We enter the main area of the community where families come out to see the commotion. It its a sunny day, no one in the community has guns, kids are around, I’m surrounded by police. Suddenly it all feels safe. What was I worried about?

    But my UK antennae are not tuned to Indian life. In London I can read undercurrents of aggression from a hundred metres. I learnt it at school when Louis Peterson threatened to beat me up for accidentally hitting him on the head when I threw a basketball and missed the hoop by about ten metres. He prowled the school and I watched his every twitch. But here it seems to me that all is calm. When a man brushes past me, knocking my camera I presume it is an accident. When it happens again I forgive him too easily. Thankfully in a few minutes I’ll be forced to get out of here before I find that on the third strike I might be out.

    Entering the main square. Things seem perfectly under control...

    Entering the main square. Things seem perfectly under control…

    Police start tapping on doors. No bear here. More doors are knocked. Then one is smashed down. People come to crowd around.

    Still no bear.

    I see two more monkeys tied by chains but this time their necks are held together by a few links. I go to take photos. The camera is a dangerous thing. When pushed to your eye its offers a safe and dark enclosure.

    I get lost photographing these two monkeys tied together by a tiny chain

    I get lost photographing these two monkeys tied together by a tiny chain

     

    My mind climbs into the camera and looks out of its neat window. Snap, snap, snap. When I put the camera down I see that my guide has gone. Do not lose your man, Kartick told me

    I call my man quicky. ‘Come, come!’ he says frantically. But I don’t know where he is. The police are dispersing in three different directions so I follow the ones with the biggest guns – as you do.

    ‘I’ll meet you by the monkey’ I say, which is about as useful as telling a farmer you’ll meet him by the sheep.

    ‘Come now, come NOW!’ he says more urgently.

    Has he found the bear?

    We go faster now. When I turn the corner I see my guide in the distance waving to me. I run over and he pushes me into the car and we race off down small streets which become ever wider as we reach safety.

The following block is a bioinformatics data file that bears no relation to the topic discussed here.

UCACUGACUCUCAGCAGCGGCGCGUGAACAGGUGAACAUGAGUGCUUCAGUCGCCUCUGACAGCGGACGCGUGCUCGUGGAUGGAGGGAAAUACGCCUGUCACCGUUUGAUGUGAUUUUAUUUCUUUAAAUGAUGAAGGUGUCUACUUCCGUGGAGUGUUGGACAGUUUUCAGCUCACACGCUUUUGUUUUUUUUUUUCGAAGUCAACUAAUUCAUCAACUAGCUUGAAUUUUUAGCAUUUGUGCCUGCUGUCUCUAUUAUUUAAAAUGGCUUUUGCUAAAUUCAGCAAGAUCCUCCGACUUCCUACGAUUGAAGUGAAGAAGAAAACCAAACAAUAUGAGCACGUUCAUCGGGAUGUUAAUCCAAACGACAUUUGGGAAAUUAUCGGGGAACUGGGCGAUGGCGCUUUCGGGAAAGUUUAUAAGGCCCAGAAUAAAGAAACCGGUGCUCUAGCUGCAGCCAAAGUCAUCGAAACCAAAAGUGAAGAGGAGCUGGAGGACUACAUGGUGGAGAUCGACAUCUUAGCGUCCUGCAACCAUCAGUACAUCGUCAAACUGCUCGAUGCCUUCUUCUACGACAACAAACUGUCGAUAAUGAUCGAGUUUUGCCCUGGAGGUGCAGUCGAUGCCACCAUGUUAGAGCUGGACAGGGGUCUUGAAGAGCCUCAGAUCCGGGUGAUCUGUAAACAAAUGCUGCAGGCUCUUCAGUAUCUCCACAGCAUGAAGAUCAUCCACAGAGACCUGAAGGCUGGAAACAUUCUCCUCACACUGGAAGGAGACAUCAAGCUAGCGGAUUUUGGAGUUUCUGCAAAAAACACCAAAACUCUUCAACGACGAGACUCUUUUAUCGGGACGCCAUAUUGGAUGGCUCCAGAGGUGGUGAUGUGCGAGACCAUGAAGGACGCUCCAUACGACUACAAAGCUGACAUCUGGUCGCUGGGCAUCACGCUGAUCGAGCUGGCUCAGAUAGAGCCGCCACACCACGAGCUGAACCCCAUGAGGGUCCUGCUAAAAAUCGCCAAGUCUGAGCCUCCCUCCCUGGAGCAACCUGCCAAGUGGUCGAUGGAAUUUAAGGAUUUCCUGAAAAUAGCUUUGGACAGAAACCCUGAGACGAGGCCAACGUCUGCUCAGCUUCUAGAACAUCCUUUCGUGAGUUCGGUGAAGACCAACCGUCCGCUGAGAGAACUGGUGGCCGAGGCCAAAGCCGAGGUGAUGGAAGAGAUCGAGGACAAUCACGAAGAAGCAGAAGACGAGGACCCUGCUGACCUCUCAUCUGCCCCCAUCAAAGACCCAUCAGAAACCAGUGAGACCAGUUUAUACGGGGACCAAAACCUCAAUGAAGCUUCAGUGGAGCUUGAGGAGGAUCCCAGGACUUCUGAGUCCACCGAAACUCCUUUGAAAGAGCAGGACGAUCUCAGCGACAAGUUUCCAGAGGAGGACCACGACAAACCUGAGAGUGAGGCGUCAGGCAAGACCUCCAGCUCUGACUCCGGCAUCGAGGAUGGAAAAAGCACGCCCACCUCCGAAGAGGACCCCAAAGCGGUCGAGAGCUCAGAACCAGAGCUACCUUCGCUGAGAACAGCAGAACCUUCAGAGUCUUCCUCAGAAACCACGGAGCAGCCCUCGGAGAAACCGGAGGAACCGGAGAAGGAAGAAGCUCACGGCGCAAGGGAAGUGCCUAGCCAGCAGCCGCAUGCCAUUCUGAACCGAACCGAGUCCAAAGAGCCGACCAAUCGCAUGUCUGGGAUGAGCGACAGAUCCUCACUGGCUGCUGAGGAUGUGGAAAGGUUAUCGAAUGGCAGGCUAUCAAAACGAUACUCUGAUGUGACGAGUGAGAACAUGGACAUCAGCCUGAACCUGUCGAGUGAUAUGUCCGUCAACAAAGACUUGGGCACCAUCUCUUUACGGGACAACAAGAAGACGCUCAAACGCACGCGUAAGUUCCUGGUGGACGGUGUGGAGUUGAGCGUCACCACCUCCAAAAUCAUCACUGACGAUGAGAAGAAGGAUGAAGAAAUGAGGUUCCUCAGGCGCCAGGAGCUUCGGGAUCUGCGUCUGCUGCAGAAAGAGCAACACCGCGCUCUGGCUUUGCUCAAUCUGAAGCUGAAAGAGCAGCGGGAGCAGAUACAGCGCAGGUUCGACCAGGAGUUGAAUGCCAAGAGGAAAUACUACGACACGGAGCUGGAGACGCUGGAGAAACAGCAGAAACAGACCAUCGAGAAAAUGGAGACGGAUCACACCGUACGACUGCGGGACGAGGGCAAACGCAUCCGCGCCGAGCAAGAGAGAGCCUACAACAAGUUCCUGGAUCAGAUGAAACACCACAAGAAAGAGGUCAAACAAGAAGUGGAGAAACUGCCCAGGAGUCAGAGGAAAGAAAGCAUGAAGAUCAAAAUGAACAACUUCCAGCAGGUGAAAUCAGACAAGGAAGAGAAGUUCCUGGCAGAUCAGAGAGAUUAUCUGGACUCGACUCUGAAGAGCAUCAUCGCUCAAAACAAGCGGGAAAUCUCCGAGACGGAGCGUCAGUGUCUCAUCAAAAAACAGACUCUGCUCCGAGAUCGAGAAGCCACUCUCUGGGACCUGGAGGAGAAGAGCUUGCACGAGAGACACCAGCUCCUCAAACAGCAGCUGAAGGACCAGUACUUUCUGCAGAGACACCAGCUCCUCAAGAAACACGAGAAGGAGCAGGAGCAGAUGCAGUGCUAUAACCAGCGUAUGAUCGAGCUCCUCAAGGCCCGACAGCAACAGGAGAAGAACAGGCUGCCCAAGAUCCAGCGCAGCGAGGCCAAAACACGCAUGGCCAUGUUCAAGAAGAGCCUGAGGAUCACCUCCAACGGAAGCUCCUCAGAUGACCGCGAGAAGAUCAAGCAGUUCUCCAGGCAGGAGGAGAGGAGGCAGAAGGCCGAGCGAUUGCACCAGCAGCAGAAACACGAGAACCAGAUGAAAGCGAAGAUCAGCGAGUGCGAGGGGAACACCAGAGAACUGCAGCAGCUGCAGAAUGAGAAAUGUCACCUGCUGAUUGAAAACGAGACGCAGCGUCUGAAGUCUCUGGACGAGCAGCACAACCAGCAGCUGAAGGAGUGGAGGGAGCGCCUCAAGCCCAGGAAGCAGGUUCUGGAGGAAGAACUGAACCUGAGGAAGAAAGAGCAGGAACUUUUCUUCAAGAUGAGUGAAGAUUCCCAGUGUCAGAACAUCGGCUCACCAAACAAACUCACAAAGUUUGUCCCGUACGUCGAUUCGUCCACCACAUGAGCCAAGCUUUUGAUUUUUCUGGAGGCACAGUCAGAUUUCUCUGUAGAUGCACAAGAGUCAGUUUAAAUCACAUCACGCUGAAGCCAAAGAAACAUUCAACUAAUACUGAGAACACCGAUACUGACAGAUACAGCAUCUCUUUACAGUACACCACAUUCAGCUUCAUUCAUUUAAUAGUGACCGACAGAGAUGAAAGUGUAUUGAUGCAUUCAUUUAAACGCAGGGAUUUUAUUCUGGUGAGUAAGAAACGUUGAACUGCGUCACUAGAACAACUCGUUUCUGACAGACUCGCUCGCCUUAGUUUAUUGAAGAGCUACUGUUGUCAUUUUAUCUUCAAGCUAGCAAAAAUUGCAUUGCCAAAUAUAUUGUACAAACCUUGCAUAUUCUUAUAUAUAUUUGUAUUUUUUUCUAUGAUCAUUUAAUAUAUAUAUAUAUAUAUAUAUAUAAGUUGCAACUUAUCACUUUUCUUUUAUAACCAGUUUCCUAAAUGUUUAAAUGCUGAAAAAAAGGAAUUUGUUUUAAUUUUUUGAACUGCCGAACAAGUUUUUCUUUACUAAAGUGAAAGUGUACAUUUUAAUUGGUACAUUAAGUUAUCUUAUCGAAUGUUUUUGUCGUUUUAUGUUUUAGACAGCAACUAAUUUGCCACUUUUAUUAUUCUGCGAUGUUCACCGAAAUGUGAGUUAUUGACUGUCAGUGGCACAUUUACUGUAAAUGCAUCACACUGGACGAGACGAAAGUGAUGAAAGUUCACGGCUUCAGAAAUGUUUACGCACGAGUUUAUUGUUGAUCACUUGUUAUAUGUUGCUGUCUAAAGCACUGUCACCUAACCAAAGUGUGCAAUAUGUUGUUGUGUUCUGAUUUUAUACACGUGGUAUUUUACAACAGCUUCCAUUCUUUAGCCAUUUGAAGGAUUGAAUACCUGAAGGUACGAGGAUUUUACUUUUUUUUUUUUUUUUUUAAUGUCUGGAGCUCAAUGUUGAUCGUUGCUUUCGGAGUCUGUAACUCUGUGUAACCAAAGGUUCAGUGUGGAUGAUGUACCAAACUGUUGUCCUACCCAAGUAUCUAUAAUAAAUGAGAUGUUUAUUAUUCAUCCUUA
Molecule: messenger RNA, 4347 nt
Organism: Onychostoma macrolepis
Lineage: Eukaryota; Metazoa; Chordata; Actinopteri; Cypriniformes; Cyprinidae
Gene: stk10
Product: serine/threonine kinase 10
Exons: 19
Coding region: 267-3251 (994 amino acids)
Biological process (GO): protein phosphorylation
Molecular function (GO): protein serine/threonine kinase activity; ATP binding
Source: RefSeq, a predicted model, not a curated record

‘Do we have the bear?’ I ask as I look back at the receding plume of dust behind the car.

    ‘No. We have to go. It was getting very dangerous.’

    ‘It was? ‘

     

    more monkeys tied by chains

    more monkeys tied by chains

    bearraid-8

    Undercurrents at work

    So we never saw the bear.

    Why?

    Only later did I find out the whole story.

    It is common knowledge in India that in order to survive most people in local communities set up relatonships with the lower ranking police officer – this is called a HAFDA which is a regular protection fee to make sure they don’t get in trouble. This was the first time in almost a decade that no bear was seized by Kartick’s team. There’s a distinct possibility that some undercurrents were at work here that allowed the community to be forewarned but we can’t be sure. Things certainly don’t stack up.

    Saving animals in India is not just physical and emotional. It is deeply political and divisive.

    The community we visited has a reputation for disorder and violence. Someone had found out that Kartick was involved and apparently people had threatened to kill him. He wasn’t present but things were escalating fast. I saw none of this in my ignorant haze but the police quickly recognized a tipping point on the near-horizon. We had to leave

    So we just left the bear there?

    Kartick later assured me that the bear would be saved soon and that the monkeys would as well. That just wasn’t our moment.

    To be honest, I am surprised sometimes that Kartick is still with us. I’ll let you know of any updates. But for now I am glad to be back and safe.

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  • DAY 210: I’VE OPENED UP A CAN OF BEARS

    Apr 27 2013
    An Indian sloth bear. Cuddly...but not to be messed with. But how can I help?

    An Indian sloth bear. How can I help these vast creatures?


    I’ve arrived at the bear sanctuary 
    run by Wildlife SOS in the middle of the Indian forest/jungle.

    ‘Coochi-coo’, I whisper through the electric fence.

    A fluffy bear races up to me, stands on his back legs and then lets out a vast roar.  I jump back. 

    These are the rescued dancing bears AKA ‘sloth bears’ – large, black and deceptively cute until they show their claws.

    How – I wonder – can I help a bear that is strong enough to rip my face off?

     

    The location is full of 'enrichments' , purpose built structures to keep the bears happy - or very comfortable when they sleep

    The location is full of ‘enrichments’ , purpose built structures to keep the bears happy – or very comfortable when they sleep

    IMG_7379

    yes, they look sweet but they are fiercely strong

    Monumental effort

    These impressive bears are the fruit of Kartick and Wildlife SOS’s monumental efforts.